CONTAINS SOME SPOILERS AND BLIMEY
Well, it wants to be Raiders Of The Lost Ark meets Emmanuelle, but it's closer to Jane And The Lost City meets a Madonna video. Still, it's a different beast to Man Of Steel or Avengers Assemble: this adaptation d'une bande dessinée is frankly much more interesting than blokes in lycra flinging CGI stuff at each other and laying apocalyptic waste to densely populated centres. Okay, it's monumentally silly, and the acting wouldn't impress a toddler, but it's nice to look at, the music's pretty and Just Jaeckin gets to put a lot of mistily photographed nubile flesh on the screen, as is his wont.
Gwendoline is basically a series of silly pulp adventures in which a drippy young convent girl (Tawny Kitaen) voyages to the Far East to track down her missing lepidopterist father, who has apparently disappeared into the wastelands known as the Yik-Yak in search of a rare butterfly. Teaming up with a guy (Brent Huff) who is supposedly a tough, macho hero in the Indiana Jones mould (but is in reality a charmless, deeply sexist dick), Gwendoline and her maid (Zabou) manage to triumph over (or run away from) gangsters, white slavers, smugglers, pirates and a tribe of cannibal savages before stumbling into an underground city populated almost entirely by women in plastic bondage gear....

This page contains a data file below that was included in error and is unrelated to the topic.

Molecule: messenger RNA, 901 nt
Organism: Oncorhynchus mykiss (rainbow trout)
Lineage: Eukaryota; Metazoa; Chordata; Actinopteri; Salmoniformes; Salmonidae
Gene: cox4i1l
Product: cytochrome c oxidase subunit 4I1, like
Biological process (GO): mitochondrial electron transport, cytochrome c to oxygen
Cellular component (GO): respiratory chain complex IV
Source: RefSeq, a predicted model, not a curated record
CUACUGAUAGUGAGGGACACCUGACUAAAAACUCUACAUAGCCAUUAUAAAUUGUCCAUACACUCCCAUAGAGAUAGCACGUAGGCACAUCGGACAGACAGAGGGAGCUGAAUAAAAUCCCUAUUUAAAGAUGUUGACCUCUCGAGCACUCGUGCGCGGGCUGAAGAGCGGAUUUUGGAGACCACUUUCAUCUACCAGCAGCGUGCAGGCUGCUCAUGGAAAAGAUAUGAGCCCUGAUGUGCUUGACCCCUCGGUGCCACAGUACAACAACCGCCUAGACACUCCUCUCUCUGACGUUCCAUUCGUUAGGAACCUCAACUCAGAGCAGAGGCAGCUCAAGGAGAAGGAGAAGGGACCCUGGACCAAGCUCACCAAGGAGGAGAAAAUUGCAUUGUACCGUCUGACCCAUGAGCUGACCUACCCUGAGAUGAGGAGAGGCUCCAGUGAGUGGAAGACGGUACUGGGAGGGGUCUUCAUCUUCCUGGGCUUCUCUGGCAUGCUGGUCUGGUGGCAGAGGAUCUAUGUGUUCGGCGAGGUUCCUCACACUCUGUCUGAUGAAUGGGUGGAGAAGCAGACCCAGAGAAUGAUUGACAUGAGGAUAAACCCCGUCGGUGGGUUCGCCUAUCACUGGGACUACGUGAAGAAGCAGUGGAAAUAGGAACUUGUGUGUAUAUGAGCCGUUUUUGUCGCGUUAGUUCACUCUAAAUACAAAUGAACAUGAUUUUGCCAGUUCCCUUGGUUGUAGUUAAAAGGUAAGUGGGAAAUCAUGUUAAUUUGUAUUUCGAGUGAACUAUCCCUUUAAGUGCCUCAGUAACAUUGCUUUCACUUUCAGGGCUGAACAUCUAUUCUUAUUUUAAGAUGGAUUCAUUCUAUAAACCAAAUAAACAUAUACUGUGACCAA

I originally saw Gwendoline many years ago on the Embassy pre-cert VHS release, when it was cut by the BBFC by nearly three minutes and presented in the wrong ratio; the UK DVD is now in full widescreen and all cuts have now been waived. Sadly it takes too long to plod through the soft porn stuff which as far as Jaeckin (and the audience) is concerned is the meat of the movie; the real reason he directed it and the real reason we rented it. Yes, it's very nice, but in the internet era where gynaecological imagery of attractive young women can be Googled in seconds, it now feels odd to have to sit through a proper film just to see some skinny girls' breasts. Progress, I suppose.
Still, if you can get past the atrocious acting and the general air of stupidity, Gwendoline (known in some versions as The Perils Of Gwendoline In The Land Of The Yik-Yak) it's not actually that terrible. Pornography may be in the wrist in the beholder, but this is definitely on the erotica side of the fence, and Jaeckin's soft-focus style is more interesting than David Hamilton's Bilitis brand of glaucoma smut. This may be little more than a sexed-up Warlords Of Atlantis, wanting to cash in on the Raiders trend, and it certainly takes its time before wheeling on the women in black plastic underwear which, let's be honest, is the whole point of the exercise. But I'd be lying if I said I didn't get some fun out of it.